The Naira devaluation of 1986 was a major economic policy decision made by the Nigerian government to address the country’s economic challenges at the time. The decision was made by the government of President Ibrahim Babangida, who was in power from 1985 to 1993.
In 1986, Nigeria was facing a severe economic crisis characterized by a huge budget deficit, a balance of payment crisis, and a decline in oil prices. The government, in response, implemented a series of economic reforms, including the devaluation of the Naira, which is the Nigerian currency.
The Naira devaluation of 1986 involved a significant reduction in the value of the Naira against major international currencies, particularly the US dollar. This was done in order to make Nigerian exports more competitive and to encourage foreign investment.
The devaluation of the Naira had both positive and negative impacts on the Nigerian economy. On the positive side, it helped to boost exports and increased the revenue generated from oil exports. It also made the country more attractive to foreign investors, which helped to stimulate economic growth.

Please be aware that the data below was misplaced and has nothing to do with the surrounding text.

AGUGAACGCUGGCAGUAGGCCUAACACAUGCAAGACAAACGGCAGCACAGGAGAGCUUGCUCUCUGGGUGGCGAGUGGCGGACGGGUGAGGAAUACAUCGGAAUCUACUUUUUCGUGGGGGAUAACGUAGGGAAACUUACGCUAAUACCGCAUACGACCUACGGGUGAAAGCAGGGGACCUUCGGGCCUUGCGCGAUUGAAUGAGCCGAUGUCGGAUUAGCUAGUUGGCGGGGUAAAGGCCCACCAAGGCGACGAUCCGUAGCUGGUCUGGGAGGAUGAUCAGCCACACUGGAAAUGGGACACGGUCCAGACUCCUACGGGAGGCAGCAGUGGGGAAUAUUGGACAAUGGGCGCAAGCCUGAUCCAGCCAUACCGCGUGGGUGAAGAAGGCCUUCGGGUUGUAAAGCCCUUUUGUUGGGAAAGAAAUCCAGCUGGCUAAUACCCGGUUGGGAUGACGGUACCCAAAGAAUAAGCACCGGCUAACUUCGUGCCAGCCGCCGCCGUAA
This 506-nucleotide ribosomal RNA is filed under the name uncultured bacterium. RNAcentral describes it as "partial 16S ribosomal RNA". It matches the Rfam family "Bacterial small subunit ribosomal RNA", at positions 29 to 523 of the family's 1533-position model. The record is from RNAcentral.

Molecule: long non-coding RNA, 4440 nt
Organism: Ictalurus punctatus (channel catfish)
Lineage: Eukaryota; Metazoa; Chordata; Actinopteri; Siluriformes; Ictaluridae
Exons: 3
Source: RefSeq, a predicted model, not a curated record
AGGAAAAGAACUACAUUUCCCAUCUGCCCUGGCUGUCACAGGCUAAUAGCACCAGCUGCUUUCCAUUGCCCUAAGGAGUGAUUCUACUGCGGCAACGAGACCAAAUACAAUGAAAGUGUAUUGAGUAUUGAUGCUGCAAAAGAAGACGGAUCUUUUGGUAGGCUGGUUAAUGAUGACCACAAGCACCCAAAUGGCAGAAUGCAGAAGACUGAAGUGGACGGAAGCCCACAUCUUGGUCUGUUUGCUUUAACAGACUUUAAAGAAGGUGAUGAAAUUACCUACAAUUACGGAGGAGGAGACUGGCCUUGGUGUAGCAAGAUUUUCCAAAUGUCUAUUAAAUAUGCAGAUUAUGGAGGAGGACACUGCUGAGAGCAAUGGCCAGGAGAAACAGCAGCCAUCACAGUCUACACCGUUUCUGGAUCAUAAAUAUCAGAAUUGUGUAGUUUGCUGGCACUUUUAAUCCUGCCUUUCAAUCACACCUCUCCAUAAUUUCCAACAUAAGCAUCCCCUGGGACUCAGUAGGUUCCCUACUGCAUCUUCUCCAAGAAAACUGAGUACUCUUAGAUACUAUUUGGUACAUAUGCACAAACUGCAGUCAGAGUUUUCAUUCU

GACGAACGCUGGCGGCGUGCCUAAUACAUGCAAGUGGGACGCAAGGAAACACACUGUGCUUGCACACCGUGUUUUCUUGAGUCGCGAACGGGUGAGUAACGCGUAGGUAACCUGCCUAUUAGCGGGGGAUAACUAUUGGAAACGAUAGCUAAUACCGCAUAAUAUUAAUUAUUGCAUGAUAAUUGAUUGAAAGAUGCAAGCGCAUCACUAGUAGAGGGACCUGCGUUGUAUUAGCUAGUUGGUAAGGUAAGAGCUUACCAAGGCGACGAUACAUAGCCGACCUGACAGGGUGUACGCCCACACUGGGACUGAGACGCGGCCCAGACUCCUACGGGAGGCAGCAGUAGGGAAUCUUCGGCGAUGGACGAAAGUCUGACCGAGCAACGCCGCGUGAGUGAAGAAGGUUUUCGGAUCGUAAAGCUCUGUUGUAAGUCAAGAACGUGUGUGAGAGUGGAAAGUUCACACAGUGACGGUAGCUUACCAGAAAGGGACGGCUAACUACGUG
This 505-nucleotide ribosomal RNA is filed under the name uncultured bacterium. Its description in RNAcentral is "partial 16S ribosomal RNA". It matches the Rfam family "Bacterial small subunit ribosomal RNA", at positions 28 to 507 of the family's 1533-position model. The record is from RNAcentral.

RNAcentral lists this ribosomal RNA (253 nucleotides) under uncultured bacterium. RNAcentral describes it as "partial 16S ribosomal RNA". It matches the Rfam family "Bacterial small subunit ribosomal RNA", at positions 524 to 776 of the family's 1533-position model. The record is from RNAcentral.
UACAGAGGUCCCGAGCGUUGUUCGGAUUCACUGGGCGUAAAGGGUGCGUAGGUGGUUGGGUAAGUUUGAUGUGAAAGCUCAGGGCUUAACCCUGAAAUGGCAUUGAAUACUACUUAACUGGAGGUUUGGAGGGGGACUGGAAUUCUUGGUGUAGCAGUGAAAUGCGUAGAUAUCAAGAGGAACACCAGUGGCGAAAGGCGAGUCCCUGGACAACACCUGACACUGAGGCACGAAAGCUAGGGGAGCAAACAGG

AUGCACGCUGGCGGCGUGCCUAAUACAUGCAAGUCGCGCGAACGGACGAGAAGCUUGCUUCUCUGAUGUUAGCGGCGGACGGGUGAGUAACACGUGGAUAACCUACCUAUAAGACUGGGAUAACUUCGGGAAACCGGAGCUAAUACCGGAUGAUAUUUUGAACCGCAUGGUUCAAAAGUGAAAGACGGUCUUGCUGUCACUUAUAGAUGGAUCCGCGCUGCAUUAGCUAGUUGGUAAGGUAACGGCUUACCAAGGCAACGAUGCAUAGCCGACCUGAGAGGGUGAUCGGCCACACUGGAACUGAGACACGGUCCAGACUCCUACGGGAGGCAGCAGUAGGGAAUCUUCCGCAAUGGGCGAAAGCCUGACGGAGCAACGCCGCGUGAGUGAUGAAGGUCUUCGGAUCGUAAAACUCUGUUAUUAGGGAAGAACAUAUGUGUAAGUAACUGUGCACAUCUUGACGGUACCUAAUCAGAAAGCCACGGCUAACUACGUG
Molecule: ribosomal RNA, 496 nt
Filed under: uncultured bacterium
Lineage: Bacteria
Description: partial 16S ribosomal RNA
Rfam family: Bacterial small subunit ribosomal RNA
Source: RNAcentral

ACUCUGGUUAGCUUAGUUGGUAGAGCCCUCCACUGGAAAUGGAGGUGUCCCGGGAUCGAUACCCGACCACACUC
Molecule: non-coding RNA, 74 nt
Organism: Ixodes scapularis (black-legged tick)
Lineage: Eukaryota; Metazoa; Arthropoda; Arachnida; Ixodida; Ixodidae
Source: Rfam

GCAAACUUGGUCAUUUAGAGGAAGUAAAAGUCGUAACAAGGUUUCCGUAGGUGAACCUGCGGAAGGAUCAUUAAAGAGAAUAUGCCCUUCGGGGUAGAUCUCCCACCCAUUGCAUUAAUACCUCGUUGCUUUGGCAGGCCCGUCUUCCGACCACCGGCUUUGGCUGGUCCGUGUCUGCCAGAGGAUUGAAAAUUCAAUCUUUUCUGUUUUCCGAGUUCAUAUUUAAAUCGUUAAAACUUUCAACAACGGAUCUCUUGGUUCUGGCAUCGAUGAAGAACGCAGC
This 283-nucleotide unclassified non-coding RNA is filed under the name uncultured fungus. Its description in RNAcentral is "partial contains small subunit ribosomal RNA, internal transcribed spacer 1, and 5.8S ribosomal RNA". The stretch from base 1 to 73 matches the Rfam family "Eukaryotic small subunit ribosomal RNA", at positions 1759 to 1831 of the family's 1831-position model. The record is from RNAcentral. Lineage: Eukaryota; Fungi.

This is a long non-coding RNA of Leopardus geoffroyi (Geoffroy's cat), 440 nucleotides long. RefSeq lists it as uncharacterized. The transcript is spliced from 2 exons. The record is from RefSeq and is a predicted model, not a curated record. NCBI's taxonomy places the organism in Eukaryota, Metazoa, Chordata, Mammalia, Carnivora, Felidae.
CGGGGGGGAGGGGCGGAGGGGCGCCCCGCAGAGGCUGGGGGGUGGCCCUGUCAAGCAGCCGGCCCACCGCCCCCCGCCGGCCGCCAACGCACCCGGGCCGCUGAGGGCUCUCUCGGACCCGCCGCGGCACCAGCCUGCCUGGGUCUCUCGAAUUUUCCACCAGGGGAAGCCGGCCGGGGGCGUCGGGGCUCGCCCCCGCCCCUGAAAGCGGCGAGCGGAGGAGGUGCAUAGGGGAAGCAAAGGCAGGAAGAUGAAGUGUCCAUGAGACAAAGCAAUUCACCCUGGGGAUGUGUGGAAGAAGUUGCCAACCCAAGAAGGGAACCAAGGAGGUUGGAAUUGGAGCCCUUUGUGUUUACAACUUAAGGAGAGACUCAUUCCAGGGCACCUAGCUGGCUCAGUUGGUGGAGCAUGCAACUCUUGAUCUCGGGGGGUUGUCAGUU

On the negative side, the devaluation of the Naira led to an increase in the prices of imported goods, including essential commodities such as food and medicine, which caused hardship for many Nigerians. It also led to a decline in the purchasing power of the Naira, which affected the standard of living of many Nigerians.
Despite the challenges associated with the Naira devaluation of 1986, it was a significant economic reform that helped to set the stage for future economic growth and development in Nigeria. It also highlighted the need for sound economic policies and good governance to address the country’s economic challenges.